Little Green Metallic Bee on Owl Clover

The Green Metallic Bee clan is among my favorite set of insects. They are mostly tiny. If you know Owl Clover you know that the blossoms are themselves quite small, so you can get a sense of just how small the bee is. I am always delighted to find one. I only found my first one a few years ago, quite by chance, right in our front yard working the flowers. I never “expect” to see them, and certainly did not expect one when I bent down to photograph the Owl Clover. I did a brief search, by the way, on why Owl Clover is called Owl Clover. The consensus seems to be that no one knows. ? Some say the flower heads might look like little owls with the individual blossoms making “owl ears”…but no one seems to be particularly convinced by that solution…and I certainly am not. It shall remain a mystery. Of course there is no doubt about why the Green Metallic Bee is called the Green Metallic Bee. 🙂 Like the Owl Clover, there are many species of Green Metallic Bee…not all of them tiny. I won’t even attempt to hazard a guess as to which one this is, though I am pretty sure it is the only species I have ever seen here in Southern Maine. Sony Rx10iv at about 90mm equivalent. Program mode with my custom birds and wildlife modifications. Processed in Polarr and Apple Photos.

Grass Pink Orchids

Grass Pink Orchids come in many different shades and there is even a rare White Grass Pink Orchid, which is its own species. The last flower in this series might be one…but it could be just a unusually pale Grass Pink. It certainly stood out among all the pinker Grass Pinks in the tiny remnant bog at Laudholm Farms (Wells National Estuarine Research Reserve), in Wells, Maine. The boardwalk through the bog is my go-to place for at least two bog orchids…the Grass Pink and the Rose Pogonia …though it was apparently too dry this spring for the Pagonias. Sony Rx10iv at various focal lengths from 600mm to about 80mm using Sony’s full time macro. Program mode with my custom birds and wildlife modifications (which I also use for macro). Processed in Polarr and Apple Photos.

Hey Bobolink!

Bobolink, Laudholm Farms (Wells National Estuarine Research Reserve), Wells, Maine, USA — It is that time of year again. The Bobolinks at Laudholm Farms are nesting, and males are defending territory. This male has an established territory right next to one of the trails and the folks at Laudholm have staked it off. He finds the stakes make great perched for his territorial display. I find that they make great spots for him to pose for his photo. 🙂 Sony Rx10iv at 600mm equivalent. Program mode with my custom birds and wildlife modifications. Processed in Polarr and Apple Photos.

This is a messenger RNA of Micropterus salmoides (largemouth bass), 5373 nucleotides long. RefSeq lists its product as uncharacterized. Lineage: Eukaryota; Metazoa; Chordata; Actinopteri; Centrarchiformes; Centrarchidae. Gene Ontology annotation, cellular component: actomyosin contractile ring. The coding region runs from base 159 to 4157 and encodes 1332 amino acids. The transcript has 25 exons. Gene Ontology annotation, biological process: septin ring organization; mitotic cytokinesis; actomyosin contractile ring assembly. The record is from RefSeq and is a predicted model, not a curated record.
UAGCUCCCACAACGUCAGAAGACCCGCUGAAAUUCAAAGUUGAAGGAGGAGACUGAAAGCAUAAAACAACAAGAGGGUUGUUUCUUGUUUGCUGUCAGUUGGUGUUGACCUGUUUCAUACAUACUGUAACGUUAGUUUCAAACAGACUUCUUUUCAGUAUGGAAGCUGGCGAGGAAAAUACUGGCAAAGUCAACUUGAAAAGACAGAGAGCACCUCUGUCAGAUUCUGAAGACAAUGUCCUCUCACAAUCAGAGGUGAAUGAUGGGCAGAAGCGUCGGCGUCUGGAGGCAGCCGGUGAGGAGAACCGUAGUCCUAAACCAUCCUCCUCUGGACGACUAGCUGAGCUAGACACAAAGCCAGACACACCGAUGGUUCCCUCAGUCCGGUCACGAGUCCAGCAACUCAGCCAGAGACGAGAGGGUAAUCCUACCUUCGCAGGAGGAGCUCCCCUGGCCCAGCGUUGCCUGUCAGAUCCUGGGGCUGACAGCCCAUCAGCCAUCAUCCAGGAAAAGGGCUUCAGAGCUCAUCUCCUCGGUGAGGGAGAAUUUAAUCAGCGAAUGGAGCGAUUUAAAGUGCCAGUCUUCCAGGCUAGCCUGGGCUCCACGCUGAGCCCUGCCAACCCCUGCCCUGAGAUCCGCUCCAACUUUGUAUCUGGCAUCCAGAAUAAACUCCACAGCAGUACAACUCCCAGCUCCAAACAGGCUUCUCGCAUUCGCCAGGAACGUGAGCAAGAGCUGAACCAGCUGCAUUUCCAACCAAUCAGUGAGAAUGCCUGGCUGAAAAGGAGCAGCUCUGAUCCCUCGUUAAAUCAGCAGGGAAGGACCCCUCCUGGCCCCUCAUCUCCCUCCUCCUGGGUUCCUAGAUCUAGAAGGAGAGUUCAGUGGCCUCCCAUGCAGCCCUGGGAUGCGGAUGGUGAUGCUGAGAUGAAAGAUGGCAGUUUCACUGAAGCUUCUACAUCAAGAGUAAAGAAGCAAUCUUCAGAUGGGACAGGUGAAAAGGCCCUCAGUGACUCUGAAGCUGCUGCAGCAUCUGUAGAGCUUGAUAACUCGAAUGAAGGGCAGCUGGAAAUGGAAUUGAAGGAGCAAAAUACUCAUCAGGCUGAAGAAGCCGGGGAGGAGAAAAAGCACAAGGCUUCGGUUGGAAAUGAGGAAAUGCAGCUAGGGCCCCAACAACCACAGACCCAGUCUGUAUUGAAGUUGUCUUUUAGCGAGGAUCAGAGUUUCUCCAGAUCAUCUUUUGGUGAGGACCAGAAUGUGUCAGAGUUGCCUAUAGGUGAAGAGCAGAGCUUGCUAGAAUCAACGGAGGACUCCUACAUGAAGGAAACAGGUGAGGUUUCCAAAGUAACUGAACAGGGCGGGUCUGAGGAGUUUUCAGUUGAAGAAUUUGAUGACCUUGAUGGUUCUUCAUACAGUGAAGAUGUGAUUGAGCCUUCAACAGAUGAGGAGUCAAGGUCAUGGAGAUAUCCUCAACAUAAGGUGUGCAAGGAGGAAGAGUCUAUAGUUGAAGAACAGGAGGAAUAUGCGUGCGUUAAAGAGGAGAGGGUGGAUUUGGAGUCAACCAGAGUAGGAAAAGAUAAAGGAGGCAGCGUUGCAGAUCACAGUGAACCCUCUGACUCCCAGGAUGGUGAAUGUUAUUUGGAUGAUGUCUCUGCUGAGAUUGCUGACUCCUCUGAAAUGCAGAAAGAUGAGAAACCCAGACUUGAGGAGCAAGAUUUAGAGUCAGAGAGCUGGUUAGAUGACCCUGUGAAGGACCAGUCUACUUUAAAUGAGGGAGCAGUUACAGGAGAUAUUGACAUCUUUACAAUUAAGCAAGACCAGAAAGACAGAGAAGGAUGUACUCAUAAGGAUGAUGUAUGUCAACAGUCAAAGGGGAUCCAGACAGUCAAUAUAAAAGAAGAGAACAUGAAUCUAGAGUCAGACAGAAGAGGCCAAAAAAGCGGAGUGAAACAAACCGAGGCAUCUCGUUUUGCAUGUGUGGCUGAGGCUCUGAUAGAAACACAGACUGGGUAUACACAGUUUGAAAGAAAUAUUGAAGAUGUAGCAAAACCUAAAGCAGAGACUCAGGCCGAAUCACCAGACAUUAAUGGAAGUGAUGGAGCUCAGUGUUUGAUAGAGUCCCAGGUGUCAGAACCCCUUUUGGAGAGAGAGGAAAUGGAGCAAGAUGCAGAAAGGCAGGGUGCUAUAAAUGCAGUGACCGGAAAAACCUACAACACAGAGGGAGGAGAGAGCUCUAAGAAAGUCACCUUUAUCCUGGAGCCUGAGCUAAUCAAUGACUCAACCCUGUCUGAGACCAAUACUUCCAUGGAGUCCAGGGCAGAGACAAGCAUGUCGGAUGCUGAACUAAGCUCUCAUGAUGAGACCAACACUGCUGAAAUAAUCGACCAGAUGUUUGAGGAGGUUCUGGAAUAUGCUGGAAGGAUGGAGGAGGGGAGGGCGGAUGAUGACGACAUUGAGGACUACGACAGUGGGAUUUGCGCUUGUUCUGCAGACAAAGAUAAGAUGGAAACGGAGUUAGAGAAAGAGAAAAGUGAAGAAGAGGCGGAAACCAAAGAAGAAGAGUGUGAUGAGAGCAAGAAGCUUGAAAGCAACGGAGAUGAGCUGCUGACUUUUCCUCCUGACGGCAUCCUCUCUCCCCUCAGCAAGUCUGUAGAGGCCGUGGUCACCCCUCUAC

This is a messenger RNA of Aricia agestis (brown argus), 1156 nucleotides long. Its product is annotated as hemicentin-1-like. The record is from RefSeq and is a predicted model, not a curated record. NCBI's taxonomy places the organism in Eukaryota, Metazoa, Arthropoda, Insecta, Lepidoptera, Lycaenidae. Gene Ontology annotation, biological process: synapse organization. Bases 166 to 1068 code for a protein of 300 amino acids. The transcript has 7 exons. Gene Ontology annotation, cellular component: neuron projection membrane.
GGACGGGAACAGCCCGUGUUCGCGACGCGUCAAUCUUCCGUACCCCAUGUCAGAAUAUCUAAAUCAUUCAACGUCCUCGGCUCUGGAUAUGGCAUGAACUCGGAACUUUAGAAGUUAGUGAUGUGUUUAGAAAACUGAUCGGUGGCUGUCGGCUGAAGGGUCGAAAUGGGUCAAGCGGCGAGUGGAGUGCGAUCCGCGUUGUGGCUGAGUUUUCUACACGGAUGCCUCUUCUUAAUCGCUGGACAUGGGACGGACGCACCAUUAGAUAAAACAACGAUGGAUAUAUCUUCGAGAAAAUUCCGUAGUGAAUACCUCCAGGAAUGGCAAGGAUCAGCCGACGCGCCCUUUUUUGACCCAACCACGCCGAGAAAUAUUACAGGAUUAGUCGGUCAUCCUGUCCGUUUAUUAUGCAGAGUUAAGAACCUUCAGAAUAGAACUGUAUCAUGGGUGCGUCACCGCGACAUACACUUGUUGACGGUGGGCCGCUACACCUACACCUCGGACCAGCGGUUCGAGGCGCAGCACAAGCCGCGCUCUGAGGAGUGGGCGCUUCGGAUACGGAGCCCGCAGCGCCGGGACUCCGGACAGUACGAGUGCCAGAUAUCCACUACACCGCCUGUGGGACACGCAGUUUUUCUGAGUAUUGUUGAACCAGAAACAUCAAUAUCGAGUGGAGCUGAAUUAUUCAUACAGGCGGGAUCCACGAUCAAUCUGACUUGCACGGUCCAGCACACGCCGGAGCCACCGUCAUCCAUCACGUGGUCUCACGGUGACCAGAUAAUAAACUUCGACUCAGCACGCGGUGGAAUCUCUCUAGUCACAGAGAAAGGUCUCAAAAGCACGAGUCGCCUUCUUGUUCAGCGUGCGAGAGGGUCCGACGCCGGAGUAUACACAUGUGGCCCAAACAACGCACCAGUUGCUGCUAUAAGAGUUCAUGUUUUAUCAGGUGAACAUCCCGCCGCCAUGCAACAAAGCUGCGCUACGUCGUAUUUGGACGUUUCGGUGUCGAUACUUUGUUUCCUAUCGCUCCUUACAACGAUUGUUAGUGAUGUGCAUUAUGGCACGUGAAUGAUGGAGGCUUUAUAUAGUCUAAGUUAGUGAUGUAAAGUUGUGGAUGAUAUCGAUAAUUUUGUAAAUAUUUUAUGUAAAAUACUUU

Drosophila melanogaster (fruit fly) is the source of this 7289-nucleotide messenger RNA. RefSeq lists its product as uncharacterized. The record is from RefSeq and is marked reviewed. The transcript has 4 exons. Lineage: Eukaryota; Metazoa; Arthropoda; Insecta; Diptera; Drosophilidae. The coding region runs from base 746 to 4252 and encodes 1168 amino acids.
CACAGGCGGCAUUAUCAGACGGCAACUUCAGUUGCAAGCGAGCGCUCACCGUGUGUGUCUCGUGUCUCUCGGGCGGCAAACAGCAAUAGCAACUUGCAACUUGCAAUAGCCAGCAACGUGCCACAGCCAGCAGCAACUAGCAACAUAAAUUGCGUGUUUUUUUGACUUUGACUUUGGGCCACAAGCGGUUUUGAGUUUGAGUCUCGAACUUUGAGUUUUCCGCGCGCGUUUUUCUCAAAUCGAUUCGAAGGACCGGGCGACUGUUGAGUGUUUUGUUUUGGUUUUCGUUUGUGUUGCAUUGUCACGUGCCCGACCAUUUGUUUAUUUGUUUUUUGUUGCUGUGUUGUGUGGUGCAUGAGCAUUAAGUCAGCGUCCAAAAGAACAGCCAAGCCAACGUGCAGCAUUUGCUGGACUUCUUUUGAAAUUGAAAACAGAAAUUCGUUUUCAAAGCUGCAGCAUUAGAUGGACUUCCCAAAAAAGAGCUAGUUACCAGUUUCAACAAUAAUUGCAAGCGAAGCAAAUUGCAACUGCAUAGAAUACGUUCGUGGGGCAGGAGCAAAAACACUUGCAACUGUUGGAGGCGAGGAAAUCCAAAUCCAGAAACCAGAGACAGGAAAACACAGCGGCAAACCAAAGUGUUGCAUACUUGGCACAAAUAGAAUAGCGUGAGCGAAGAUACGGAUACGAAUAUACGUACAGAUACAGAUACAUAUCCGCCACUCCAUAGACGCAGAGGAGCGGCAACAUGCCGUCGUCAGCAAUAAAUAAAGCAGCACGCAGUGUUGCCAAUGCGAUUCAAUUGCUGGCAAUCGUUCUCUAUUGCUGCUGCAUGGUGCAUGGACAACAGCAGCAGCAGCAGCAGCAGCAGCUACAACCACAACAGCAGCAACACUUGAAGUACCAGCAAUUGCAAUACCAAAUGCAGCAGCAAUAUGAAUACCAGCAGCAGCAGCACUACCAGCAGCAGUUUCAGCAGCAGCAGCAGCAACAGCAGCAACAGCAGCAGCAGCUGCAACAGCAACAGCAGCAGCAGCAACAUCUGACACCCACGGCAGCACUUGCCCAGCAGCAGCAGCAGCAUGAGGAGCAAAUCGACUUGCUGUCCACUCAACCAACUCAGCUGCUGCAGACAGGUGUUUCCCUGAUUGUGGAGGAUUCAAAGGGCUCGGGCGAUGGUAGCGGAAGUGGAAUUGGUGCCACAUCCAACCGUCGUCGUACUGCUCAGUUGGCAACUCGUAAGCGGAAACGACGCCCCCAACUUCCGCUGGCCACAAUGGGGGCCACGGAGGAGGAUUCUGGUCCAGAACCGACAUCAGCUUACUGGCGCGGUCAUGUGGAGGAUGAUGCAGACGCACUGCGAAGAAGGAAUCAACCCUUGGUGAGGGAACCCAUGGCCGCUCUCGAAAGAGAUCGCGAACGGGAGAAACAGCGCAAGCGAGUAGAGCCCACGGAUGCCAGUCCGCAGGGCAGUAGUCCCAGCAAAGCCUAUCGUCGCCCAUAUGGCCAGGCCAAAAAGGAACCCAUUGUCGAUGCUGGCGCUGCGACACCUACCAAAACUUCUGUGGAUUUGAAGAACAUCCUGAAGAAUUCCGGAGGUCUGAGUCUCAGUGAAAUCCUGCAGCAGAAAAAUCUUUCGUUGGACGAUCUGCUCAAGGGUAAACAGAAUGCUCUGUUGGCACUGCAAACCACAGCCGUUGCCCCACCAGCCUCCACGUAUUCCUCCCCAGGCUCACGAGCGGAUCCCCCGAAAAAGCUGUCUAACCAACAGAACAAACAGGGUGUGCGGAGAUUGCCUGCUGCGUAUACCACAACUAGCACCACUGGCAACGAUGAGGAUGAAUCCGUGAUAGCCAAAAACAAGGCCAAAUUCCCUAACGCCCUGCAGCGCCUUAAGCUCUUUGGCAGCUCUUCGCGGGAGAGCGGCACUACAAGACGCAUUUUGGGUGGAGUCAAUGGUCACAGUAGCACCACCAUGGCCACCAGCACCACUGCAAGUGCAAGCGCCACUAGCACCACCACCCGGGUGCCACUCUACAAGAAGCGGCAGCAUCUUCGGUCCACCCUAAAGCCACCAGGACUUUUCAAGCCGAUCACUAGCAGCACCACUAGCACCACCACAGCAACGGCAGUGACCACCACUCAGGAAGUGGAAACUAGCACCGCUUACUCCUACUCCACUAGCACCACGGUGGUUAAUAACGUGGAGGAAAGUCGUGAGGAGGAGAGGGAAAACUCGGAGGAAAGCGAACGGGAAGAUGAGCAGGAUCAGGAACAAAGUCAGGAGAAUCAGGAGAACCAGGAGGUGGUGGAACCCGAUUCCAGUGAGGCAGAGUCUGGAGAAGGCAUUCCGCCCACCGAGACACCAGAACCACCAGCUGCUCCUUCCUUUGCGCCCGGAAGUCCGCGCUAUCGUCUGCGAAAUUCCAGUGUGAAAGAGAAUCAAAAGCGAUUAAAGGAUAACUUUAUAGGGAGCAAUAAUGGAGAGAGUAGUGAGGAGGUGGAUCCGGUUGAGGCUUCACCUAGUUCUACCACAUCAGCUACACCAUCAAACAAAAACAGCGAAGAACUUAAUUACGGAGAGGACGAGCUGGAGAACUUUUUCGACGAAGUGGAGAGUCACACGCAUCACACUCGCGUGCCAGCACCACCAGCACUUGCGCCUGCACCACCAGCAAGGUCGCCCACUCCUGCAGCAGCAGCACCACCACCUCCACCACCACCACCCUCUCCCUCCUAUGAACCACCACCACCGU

Jack-in-the-pulpit

The parking lot and trail at the Rachel Carson National Wildlife Refuge here in Southern Maine has been closed until just this past weekend, so I have not been able to check on this year’s crop of Jack-in-the-pulpits near the bike rack were they have been growing for several years. Now that the parking lot is open, I stopped by on my eBike to see what was up. I suspect the first plants were transplanted as part of a “wild garden” concept, which has since gone completely wild. The Jacks that grow there are the largest I have ever seen…way larger than I could have ever imagined Jack-in-the-pulpits could get. The oldest plants are over 3 feet tall with many pulpits…and some of the pulpits themselves are 6 inches in length. The leaves can be a foot long. These are really big plants. And they are spreading. There are now two smaller plants along side the bike rack that were definitely not there last year. 🙂 Sony Rx10iv at various focal lengths (the Sony has full time macro focus). Program mode with my custom birds and wildlife modifications. Processed in Polarr and Apple Photos.